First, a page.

7. 7. Twas Night Before ChristmasFirst Christmas away from home. Paris. Dr. Jeffrey Lant.Authors program note. Today is the day I sign up to receive Social Security. It will be a day whenlow level bureaucrats will prod me, asking questions they already know the answers to, all designedto prove (or not) that I am the Jeffrey Ladd Lant born 66 years ago in Illinois, into a time andsituation which now only exist in my imagination.I wonder whether the clerk will smile or even look at me when the inevitable queries are asked? Imnot counting on it, for they see a generation advancing to old age, while I consider only myself. Iwant human contact but will have to do with "sign here" and get the money.And so, under the circumstances you will understand that I need something quite different; a kind ofcosmic pick-me-up composed of equal portions of youth, energy, hope and optimism, all things inshorter supply today, here and now, than then. I need Paris. Since you probably do, too, let me sharesome with you.... the better to remember and pass a kindred moment when not a single word isrequired or expected."I love Paris in the winter when it drizzles".For me, only one song would do for the musical accompaniment to this article; Cole Portersseductive tune "I Love Paris". It debued in 1953, in the film "Can- Can" and like so many of Portershaunting melodies it immediately touched the soul of the world; in this case setting us to recall thebittersweet memories of a youth that can only be tapped infrequently, so powerful is even thesmallest part.I like Ella Fitzgeralds rendition about "this timeless town". It cuts to the heart... and does with youwhat it will... just like love itself. Youll find this bijoux in any search engine. Go now and play it...again... and again... and again. If its cold and misty outside and the memories come thick and fast,you are ready for what follows.Paris, destiny.In 1967, I was the luckiest 20-year-old in the world. Though the Great Republic was at war, gravelydivided by whether we should have more of it or less, I was going to Poland for my Christmasholidays. Now as all the world knows, the way to Warsaw most assuredly goes through Paris, atleast in my atlas. Thus I found myself for the first time in the City of Light at the best possible timein life to be there, that is to say whatever time you are there; in my case December,1967 just a fewdays before Christmas.My trip, hurriedly arranged which is to say (in the way of young men) not arranged at all, cameabout because of a notice hung on the campus bulletin board at the University of St. Andrews inScotland, where I was spending, and happily too, my junior year abroad. It promised high times andhijinx in Zakopane, the site of the Eastern Blocs 1967 Winter Olympics. The trip was sponsored bythe Young Pioneers, Communisms equivalent of the "Best and the Brightest." The cost could bescrapped together and was just affordable at just about a hundred quid.Of course we wouldnt tell parents where it was we were going, much less under whose auspices.Bright young men seek to shield the rents from any inkling that they might have had, were having,or would have a "good time." That was always the best possible course, especially whereCommunists... and Paris, mind... were involved.Paris first. Copyright Elizabeth English - 2012 7 of 10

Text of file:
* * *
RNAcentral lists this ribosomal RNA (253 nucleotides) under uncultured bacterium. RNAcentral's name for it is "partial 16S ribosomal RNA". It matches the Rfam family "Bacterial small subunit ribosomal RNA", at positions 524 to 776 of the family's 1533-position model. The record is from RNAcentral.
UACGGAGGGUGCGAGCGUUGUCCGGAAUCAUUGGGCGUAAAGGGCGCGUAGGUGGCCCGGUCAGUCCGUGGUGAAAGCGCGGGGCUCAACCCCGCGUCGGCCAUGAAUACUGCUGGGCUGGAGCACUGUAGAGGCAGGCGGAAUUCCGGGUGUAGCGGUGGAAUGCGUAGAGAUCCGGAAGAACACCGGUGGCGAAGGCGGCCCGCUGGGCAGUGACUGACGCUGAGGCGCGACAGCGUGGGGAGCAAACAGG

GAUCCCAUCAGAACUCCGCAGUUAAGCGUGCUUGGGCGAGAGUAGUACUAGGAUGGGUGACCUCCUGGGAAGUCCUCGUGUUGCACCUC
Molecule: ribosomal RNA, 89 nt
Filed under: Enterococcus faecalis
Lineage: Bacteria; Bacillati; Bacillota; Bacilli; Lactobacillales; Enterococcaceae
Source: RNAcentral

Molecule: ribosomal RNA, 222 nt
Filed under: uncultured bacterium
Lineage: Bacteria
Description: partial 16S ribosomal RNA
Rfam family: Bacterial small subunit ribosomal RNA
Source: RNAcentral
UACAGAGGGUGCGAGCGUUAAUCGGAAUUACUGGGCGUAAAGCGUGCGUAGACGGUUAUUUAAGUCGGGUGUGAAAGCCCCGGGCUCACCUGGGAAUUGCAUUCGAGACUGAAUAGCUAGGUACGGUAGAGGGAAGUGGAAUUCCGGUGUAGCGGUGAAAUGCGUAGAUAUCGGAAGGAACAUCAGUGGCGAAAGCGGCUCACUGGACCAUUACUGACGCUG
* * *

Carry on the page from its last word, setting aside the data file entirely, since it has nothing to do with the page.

8. 8. Twas Night Before ChristmasOur trip to Poland was to have begun in London where we were to meet the tour guide andorganizer. He had been a Tory candidate for Parliament in the last General Election; time now hungheavy while he waited impatiently for his next chance at greatness. Like most young, ambitious,aspiring Conservatives he didnt believe in much of anything; principles, you see, get in the way ofsuccess. It was always better not to have too many or to believe them too seriously.As a result our guide, youthful, good looking and unscrupulous was excellent company and game foranything. Its a pity Ive forgotten his name... hes undoubtedly a retired cabinet minister now, full ofsage advice and pompous aphorisms... the Right Honourable the (first) Baron Twitsbee-on-Thames.Such a man, of course, approved our traveling to Paris first, meeting up with the group later,pleasurably fatigued as men of the world would most assuredly be at that point. He undoubtedlywished us luck... and winked, salaciously.And so I went to Paris -- and to a passionate embrace which has never ended.Every true Parisian believes there is Paris... and then there is everything else. There is no knownantidote to this belief. Once in Paris, walking the Champs Elysee, you are glad it is so. No antidotedesired; none imaginable. And thats as it should be. So I came to see that Paris was not merely aplace... but an idea, a dream, a journey, a vision and where, in grander style and sureness of touch,there was a better me waiting for the ordinary me to arrive.Le beau coup.I remember everything about those days... no detail too small or inconsequential. Paris is like that,transforming even the slightest of matters into Events, primed with Significance. Paris is, after all,the greatest mise-en-scene on Earth, a place where you find yourself, see yourself as larger than life,mesmerizing, captivating, the very person you have always wanted to be... and now are, to thegratification of self and the satisfying envy of the folks back home.No other city on Earth, no other place at all holds such power, such magic, and so you, likeJosephine Baker sing this: "Jai deux amours. Mon pais et Paris"; you are suddenly, unmistakably, toyour complete bliss a boulevardier au fait with everything in this place which now forever holds apiece of your heart and means to keep it forever with fierce possession.And so it started in a boulangerie within moments of arrival. I ordered a baguette... and thanked theproprietor for... her beau coup. "O, monsieur," she said, just for a moment no longer of a "certainage" but young again, with gracious curves well worth the seeing. She patted her haunch, shegiggled, she pointed "O monsieur, cest le beau coup". I had made her happy. It was a portent ofother happy encounters to come."Is this what I think its for?"Later that day, I stood with Mark Morris at the ticket counter of the Opera, Baron Haussmanns greatcreation begun in1861, a venue fit for God Himself to make music. We barely had enough for twotickets high up in the rafters and needed to count it twice over to be sure of even that.. but there wassomething about us, two acolytes butchering la belle langue determined to worship everything wesaw, that touched the heart of the woman ticket seller."Voila," she said, an empress dispensing largesse. And so we came to possess a box at the Opera forthe evenings performance, compliments of a Parisienne determined to turn by a graceful touch thequotidian into a lifetimes happy memory.Everything was new, notable, marvelous.. including how two young men of decidedly limitedmeans, dressed just a shade better than tatterdemalions had their box unlocked for them, then locked Copyright Elizabeth English - 2012 8 of 10